Beginning January 1, 2022, children less than 6 years old and less than 57 inches tall must ride in an approved child restraint system. Weight will not be a factor. Children under 2 must ride in a rear-facing child safety seat in the back seat of the vehicle. The safety seat may be placed in the front if the air bag is deactivated and there is no back seat, all back seats are in use by children under 2 or the child has special health needs outlined in a physician note. (2021 Assembly Bill 118)
Visit the National Highway Traffic Safety Administration for guidance on choosing, installing and using the right seat. See the DMV Quick Tip brochures in English and Spanish for Nevada laws. NHTSA”s Parents Central has safety tips on a wide range of topics.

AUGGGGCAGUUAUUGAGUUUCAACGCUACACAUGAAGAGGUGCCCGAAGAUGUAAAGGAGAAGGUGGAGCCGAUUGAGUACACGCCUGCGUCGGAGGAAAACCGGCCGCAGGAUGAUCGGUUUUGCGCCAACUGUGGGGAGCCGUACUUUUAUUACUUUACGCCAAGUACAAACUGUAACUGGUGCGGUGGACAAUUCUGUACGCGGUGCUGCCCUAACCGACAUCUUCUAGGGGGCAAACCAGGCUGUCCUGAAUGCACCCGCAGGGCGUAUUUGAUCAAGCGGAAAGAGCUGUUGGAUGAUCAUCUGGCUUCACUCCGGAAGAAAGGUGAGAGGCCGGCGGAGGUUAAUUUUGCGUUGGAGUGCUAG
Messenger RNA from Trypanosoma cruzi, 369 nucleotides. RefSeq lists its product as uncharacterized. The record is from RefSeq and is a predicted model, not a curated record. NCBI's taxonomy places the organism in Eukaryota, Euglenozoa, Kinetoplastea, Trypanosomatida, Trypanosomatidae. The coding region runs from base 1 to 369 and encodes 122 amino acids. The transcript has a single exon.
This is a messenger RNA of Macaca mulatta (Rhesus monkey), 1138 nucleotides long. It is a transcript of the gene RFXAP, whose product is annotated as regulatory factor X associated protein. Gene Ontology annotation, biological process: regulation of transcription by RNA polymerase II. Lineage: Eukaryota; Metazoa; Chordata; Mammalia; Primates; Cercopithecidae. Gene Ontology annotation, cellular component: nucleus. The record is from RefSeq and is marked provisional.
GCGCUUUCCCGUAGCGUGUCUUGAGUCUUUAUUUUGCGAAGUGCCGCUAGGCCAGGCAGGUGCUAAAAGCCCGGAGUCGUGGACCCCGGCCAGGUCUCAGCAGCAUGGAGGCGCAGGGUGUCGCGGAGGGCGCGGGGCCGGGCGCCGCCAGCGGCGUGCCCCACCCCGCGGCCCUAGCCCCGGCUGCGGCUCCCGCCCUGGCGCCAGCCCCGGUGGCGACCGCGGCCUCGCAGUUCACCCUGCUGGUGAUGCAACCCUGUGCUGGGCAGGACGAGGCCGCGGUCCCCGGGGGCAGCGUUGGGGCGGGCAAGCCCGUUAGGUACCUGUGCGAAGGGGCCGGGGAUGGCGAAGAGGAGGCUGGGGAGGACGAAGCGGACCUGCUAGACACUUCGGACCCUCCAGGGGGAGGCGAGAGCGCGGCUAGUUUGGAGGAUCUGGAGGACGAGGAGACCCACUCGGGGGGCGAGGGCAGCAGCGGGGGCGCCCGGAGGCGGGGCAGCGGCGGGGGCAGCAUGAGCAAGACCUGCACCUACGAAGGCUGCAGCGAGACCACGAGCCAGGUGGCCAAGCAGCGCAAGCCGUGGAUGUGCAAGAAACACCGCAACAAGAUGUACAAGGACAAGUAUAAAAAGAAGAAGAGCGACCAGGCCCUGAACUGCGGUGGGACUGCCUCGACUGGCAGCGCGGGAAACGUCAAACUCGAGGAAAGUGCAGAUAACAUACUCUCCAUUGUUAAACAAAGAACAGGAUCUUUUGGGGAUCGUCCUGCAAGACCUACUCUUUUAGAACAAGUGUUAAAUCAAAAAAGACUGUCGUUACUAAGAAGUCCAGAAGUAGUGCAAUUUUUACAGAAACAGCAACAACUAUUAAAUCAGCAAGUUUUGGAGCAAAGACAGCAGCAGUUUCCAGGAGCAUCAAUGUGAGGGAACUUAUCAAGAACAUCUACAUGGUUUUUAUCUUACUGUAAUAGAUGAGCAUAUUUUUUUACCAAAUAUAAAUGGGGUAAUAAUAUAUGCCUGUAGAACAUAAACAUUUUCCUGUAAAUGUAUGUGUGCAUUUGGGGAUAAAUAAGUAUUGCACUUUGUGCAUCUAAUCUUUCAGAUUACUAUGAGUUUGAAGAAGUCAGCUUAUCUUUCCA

Kids & Pets
Never leave a child age 7 or younger unattended in a vehicle if the conditions present a significant risk to the health and safety of that child unless the child is being supervised by, and within sight of, a person at least 12 years old. (NRS 202.485)
It is illegal to leave a dog or cat unattended in a vehicle during periods of extreme heat or cold. Law enforcement, firefighters and other officials may use reasonable force to rescue the animal. (NRS 202.487)
Passengers under 18 may not ride in the back of a pickup or flatbed truck. This does not apply, however, to farming and ranching activity, parades or to camper shells or slide-in campers. (NRS 484B.160)
Teen Driving Restrictions
See Nevada Teen Driving and the DMV Quick Tip.